Bringing information technology jobs back to the United States, and planting them in the four-county area of Northwest Ohio, is the promise of Ruralogic, a start-up company based in Bryan.
Joe Burmester, chief executive officer, discussed his plans for the new company during a speech before the Bryan Rotary Club on Friday, June 25.
Burmester said Ruralogic could begin training workers by the end of the summer, could be providing services to customers by the end of 2010, and in five years, bring 500 jobs to offices in Bryan, Archbold, Napoleon, and possibly Defiance.
While some people may be skeptical of the possibility of 500 new IT jobs in five years, he said, “If we fall short and only hire 400, will you be happy?”
He cautioned that the whole deal is contingent upon state approval of grant funding, which he anticipates will be approved by the end of July.
To save money, many U.S. businesses have gone overseas, to countries like India, for IT services.
But what those businesses discovered were problems and hidden costs. While foreign IT services are less expensive, there are issues such as the time difference, the cost of telecommunications, travel to India for negotiations, and cultural and language differences.
Burmester said four years ago, Ford Motor Company studied its outsourcing programs, and found while the contract cost for IT services were $18 to $19 per hour, when all the other issues were factored in, the real cost was about $53.
Plus, he said Indian IT workers, who are good at what they do, are demanding, and getting 15% raises, driving up costs.
In Northwest Ohio, Burmester said unemployment is above the national average, and when under-employment, such as people working part-time who want full-time work, is considered, as much as a third of the workforce is either unemployed or under-employed.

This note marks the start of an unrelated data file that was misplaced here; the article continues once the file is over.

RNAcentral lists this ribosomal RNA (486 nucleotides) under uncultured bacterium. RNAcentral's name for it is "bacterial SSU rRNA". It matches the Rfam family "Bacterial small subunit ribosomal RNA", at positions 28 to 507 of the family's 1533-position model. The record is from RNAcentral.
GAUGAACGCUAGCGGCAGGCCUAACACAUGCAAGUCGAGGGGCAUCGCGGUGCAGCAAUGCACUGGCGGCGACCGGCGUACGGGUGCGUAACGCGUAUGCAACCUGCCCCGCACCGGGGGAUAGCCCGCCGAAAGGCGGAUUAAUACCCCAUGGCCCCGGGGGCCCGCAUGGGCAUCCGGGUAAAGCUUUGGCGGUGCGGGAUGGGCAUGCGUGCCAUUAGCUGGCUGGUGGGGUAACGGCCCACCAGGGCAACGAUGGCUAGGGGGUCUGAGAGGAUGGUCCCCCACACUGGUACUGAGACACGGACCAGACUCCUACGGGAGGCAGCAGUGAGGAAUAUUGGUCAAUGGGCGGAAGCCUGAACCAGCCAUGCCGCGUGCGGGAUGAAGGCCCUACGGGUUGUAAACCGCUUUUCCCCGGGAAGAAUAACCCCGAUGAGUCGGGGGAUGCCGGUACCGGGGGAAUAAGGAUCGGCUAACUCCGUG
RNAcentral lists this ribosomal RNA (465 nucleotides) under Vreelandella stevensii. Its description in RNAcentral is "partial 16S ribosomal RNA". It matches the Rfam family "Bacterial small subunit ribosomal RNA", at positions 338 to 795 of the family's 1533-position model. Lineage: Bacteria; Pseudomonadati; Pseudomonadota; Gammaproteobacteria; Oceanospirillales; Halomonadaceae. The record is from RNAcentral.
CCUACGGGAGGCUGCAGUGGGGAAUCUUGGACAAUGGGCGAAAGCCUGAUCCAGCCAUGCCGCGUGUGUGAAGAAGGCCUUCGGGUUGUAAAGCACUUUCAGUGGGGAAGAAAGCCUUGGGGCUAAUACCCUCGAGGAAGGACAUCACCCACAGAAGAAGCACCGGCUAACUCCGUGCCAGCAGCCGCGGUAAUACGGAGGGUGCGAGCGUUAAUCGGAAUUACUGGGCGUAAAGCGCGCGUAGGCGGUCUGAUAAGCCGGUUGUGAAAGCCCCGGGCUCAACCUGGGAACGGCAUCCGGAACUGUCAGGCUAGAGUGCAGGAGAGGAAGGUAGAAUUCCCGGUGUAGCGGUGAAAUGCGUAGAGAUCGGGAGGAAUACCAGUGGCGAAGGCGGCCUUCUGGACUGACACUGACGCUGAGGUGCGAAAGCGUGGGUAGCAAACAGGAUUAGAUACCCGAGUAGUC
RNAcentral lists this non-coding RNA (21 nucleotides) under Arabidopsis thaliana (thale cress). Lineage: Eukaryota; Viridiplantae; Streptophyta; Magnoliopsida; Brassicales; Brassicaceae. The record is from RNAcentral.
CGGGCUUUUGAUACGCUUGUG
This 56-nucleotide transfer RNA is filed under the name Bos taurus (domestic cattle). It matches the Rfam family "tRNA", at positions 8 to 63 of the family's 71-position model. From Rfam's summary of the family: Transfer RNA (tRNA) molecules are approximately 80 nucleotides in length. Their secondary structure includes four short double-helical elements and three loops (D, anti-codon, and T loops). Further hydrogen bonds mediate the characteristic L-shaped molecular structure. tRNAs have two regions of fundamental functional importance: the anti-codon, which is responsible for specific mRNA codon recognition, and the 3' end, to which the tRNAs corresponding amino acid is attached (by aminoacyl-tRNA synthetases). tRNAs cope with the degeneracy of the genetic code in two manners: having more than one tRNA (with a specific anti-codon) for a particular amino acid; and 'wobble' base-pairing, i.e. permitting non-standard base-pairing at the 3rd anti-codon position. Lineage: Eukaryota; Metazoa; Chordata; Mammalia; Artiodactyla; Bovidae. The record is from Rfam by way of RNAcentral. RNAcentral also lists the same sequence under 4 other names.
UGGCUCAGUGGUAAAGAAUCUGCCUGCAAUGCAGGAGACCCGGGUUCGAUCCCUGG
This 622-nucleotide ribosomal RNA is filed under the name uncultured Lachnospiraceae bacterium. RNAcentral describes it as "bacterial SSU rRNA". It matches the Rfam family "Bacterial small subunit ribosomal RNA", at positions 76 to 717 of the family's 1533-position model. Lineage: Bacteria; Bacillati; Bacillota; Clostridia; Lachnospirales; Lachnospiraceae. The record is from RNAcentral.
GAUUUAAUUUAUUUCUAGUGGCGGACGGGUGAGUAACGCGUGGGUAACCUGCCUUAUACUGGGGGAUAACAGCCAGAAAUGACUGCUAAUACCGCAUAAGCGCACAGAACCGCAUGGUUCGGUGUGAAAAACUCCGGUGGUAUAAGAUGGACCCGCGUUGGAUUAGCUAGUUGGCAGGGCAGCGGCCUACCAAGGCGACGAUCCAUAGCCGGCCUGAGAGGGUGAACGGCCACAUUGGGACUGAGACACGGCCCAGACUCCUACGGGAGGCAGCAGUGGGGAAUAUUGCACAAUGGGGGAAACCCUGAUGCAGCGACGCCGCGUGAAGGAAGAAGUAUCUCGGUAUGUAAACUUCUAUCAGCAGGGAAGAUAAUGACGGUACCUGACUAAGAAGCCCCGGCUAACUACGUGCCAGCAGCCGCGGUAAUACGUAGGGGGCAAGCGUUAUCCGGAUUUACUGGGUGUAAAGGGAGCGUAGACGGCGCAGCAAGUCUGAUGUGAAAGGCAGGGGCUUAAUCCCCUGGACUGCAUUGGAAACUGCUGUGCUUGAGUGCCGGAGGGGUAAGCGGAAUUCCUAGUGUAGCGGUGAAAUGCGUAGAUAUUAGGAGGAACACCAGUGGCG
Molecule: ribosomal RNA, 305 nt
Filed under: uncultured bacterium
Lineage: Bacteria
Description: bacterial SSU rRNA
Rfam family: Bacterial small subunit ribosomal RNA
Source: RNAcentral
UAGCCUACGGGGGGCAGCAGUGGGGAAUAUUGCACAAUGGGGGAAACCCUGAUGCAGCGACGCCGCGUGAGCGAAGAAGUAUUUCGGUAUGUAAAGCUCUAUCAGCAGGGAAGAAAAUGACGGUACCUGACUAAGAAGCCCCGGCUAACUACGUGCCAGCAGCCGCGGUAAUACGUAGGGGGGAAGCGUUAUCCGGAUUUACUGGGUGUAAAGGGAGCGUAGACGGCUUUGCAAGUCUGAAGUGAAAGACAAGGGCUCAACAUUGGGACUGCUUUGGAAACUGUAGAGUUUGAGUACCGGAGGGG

Plus, in rural areas, there’s little opportunity to find new jobs. A displaced worker doesn’t want to sell his home at a loss, and he may wish to stay in his community.
Workers in Northwest Ohio have an awesome work ethic, he said.
“They know how to work, they like to work, and they take pride in their work.”
Burmester said local governments are looking for ways to help create jobs, and are willing to help new companies get started.
Plus, the four-county area has an added advantage: Northwest State Community College. Ruralogic plans to work with NSCC to provide technical training to its workforce.
Rural communities have another advantage: a lower cost of doing business. He said the cost structure of doing business in Cleveland would be 4 1/2 times more than in Bryan.
Burmester told the Bryan Rotary Club that Ruralogic had been approached by Indiana, Michigan, North Carolina, Ohio, and Pennsylvania– but also by the countries of Abu Dhabi, Ethiopia, Tanzania, and Trinidad and Tobago.
Burmester said an opportunity to operate a call center, which could employ as many as 500 workers, surfaced.
“We don’t know if that will happen or not,” he said.
If it does, the calls would be outbound, customer satisfaction surveys. Employees could work part-time while undergoing training for other Ruralogic jobs.
Burmester said the company is finishing its arrangements with the State of Ohio, and is now developing training programs.
Burmester said, “The time has come to take advantage of the marketplace.”
He said businesses spend $85 billion a year getting IT services from overseas.
“If we can capture 10% of that, we’ll be pretty happy.”